Saturday, 11 October 2014

Delhi budget skips wellness of mind

NEW DELHI: Delhi spends only 2% of its health budget on infrastructure development and programmes aimed to tackle mental illness. Institute of Human Behaviour and Allied Sciences (IHBAS) is the only specialized health facility for mental illnesses, which affect 8-10% of the population. Only a few other hospitals run departments that offer psychiatric help.

Health experts say there is an urgent need to augment infrastructure and expenditure to address the rising burden of these diseases, particularly in urban centres.

"Research shows 70-90% persons suffering from psychiatric illnesses do not get treated at all. At times, it is because of ignorance or the stigma attached to it but lack of health facility is also responsible," said Dr Nimesh Desai, director of IHBAS, who is also a member of the state mental health authority. He said that the budget allocation for mental illnesses needs to be at least 5-10% of the total expenditure for health sector.

"We need to create more facilities for rehabilitation of such patients. Promoting community-based models for care is also important," he said. Depression, doctors say, is the most common psychiatric illness accounting for nearly two-thirds of all the cases, followed by anxiety and schizophrenia among others. Sub-syndrome mental illnesses—psychological problems which do not qualify as mental illnesses—are more common.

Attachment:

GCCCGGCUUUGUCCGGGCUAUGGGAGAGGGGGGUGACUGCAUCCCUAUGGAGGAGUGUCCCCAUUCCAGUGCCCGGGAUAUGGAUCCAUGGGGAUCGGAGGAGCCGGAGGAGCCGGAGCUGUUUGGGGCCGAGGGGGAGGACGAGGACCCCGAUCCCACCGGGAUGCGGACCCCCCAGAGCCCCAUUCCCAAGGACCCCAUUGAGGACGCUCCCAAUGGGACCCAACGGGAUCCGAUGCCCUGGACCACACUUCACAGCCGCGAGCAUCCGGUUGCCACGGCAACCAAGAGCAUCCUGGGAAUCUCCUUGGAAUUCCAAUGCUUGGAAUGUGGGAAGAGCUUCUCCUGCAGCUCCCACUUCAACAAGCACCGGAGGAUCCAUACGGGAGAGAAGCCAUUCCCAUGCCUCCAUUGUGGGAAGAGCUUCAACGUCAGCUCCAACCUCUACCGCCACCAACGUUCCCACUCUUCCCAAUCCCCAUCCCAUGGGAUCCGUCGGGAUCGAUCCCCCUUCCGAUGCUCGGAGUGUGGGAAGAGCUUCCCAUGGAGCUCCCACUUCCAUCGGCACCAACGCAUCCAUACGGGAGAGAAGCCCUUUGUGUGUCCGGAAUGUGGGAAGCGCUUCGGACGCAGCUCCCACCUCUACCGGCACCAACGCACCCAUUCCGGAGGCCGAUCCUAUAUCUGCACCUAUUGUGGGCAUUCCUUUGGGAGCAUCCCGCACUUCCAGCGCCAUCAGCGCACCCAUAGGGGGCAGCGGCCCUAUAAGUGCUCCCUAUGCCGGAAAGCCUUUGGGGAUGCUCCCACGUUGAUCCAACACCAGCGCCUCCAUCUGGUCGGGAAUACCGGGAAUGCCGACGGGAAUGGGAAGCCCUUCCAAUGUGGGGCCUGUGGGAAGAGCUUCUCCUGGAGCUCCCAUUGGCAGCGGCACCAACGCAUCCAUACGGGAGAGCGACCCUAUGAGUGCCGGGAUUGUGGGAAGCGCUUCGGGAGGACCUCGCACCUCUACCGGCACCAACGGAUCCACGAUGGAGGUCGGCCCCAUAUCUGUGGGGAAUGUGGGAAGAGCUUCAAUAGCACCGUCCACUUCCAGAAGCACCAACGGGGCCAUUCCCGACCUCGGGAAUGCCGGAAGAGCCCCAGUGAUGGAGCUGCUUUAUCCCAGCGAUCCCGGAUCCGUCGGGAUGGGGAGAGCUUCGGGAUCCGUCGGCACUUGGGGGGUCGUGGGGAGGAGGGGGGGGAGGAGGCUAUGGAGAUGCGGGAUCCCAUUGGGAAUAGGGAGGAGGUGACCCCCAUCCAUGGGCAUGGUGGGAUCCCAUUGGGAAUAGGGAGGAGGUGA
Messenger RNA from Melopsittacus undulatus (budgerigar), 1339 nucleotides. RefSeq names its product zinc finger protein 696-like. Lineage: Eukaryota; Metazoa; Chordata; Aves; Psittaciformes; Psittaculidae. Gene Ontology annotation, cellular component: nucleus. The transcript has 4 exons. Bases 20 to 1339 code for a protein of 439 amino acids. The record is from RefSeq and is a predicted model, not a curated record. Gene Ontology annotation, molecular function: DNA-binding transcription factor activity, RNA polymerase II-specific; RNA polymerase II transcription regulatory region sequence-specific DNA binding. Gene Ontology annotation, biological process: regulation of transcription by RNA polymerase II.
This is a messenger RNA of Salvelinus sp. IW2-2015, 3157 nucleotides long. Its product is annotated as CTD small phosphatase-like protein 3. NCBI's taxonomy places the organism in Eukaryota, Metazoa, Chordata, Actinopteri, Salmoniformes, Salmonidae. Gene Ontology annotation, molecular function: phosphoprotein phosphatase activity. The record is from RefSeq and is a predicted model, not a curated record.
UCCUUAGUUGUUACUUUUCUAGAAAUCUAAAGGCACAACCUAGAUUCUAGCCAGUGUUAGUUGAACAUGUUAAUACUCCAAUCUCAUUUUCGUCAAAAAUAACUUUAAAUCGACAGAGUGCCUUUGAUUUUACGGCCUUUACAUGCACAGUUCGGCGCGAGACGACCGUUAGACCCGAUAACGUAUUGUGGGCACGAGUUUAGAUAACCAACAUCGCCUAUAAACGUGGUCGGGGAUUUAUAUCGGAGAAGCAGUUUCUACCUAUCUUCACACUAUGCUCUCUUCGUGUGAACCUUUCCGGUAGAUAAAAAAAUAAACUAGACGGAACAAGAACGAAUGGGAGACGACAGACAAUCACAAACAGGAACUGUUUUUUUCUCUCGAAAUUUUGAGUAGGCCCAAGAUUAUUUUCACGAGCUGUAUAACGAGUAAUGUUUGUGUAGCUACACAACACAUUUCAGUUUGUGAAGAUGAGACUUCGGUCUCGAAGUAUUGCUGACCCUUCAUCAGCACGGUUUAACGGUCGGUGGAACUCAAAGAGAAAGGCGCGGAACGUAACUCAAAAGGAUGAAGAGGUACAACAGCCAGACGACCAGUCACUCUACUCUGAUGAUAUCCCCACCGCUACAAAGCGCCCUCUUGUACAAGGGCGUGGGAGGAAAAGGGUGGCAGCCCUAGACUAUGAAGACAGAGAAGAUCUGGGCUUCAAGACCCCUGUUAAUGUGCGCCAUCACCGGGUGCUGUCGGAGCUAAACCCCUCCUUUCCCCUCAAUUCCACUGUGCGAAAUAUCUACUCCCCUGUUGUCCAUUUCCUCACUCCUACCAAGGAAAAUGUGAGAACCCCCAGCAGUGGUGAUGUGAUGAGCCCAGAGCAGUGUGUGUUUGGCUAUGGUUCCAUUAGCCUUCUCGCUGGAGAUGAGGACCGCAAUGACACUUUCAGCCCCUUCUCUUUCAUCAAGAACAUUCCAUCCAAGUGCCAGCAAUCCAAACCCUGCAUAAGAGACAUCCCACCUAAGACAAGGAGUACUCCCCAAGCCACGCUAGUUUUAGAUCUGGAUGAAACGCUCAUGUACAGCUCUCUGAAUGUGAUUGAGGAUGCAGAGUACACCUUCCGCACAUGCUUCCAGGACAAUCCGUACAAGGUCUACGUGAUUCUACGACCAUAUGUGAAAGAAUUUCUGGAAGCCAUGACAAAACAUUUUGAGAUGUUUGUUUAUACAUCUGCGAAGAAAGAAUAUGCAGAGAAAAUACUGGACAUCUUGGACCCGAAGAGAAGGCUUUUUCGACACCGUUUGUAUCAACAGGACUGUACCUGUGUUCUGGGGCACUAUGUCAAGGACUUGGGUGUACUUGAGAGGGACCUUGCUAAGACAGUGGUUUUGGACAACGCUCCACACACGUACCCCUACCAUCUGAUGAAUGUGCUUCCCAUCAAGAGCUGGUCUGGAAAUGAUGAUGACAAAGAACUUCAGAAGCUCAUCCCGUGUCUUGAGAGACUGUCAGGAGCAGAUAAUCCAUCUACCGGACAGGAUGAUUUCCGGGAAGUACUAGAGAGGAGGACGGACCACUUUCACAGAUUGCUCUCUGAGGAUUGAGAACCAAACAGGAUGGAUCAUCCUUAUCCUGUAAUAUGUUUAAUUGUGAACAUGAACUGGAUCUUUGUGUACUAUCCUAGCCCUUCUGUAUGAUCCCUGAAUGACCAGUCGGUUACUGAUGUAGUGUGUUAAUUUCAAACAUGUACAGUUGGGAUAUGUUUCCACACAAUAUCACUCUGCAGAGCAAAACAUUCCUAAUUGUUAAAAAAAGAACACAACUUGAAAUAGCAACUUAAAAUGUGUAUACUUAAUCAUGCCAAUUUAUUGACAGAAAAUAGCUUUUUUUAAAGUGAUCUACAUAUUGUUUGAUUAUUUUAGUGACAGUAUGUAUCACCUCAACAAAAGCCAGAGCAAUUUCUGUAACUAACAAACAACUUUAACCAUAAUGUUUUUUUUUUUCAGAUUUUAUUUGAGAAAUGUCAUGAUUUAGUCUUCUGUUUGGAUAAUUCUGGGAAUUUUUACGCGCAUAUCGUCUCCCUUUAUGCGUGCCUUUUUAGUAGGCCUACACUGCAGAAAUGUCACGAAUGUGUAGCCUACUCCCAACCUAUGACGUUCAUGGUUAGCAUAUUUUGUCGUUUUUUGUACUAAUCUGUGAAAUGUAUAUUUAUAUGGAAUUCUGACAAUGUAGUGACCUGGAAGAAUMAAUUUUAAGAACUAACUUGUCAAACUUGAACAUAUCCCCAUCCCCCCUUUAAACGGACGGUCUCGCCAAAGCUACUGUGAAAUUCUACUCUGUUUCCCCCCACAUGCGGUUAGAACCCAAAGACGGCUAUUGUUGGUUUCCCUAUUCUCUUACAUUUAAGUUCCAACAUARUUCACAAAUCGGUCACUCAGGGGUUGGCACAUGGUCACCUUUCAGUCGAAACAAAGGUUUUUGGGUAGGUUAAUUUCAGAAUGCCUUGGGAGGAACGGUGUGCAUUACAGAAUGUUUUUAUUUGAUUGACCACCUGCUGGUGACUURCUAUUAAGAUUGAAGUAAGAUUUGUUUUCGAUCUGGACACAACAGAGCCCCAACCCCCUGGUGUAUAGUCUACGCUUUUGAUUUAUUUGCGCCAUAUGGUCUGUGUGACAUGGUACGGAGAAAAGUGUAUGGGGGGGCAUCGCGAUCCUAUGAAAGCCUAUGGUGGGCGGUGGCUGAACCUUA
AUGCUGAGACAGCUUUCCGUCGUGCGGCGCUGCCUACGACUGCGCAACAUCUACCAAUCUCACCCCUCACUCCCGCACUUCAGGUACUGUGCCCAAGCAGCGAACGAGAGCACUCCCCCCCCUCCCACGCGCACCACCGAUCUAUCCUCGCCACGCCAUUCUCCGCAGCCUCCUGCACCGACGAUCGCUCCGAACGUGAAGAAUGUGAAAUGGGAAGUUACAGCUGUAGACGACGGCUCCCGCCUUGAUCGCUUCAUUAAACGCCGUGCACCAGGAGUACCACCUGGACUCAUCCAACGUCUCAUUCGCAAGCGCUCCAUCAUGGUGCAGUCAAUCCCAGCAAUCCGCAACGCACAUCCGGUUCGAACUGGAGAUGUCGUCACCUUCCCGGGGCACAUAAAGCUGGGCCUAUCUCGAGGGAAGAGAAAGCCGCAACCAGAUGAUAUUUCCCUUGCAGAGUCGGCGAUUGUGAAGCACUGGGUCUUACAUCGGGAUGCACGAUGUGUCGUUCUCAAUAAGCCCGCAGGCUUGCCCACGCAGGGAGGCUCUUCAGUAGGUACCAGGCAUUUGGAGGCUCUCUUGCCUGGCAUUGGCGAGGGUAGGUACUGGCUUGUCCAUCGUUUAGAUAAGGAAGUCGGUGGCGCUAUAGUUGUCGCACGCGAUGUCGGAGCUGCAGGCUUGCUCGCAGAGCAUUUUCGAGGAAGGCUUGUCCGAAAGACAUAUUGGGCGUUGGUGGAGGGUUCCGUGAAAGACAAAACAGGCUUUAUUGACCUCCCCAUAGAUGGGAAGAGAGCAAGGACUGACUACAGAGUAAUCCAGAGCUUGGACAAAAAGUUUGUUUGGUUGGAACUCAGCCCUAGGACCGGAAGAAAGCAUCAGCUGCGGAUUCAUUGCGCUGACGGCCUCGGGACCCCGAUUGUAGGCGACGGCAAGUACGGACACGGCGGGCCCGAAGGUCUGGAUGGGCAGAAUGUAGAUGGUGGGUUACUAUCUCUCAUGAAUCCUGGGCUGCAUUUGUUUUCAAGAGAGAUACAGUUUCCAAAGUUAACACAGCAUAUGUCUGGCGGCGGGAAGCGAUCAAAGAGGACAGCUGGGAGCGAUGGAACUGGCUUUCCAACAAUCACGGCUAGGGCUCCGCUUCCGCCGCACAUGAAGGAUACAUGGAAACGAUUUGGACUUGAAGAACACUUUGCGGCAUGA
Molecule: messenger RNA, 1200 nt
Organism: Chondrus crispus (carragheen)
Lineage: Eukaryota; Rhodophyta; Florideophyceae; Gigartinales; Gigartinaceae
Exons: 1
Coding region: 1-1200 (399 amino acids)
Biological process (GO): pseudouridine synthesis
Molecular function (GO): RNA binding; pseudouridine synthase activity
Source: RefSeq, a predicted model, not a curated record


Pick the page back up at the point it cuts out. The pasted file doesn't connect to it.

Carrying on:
"There is rift in social life of the urban populace. Personal dissatisfaction, disinterest in work, lack of motivation, domestic problems and marital discord are some common causes of psychiatric health issues," said a senior doctor. He said the burden of these diseases will escalate further in the next 10 years.

The Delhi government is running mobile vans to provide basic treatment facilities for mental illnesses to families that are not able to take the patient to a hospital due to the patient's adamant behaviour and non-cooperation. Dr Desai said that this initiative has also helped in identifying patients who were suffering because of ignorance. IHBAS, in the run up to World Mental Health Day on October 10, is also organizing mental health camps and seminars to create awareness.

Dr Pankaj Kumar, one of the coordinators of the event, said IHBAS is going to start an e-directory of mental health services offered by the state, private sector and even NGOs which patients and caregivers will soon be able to access online.

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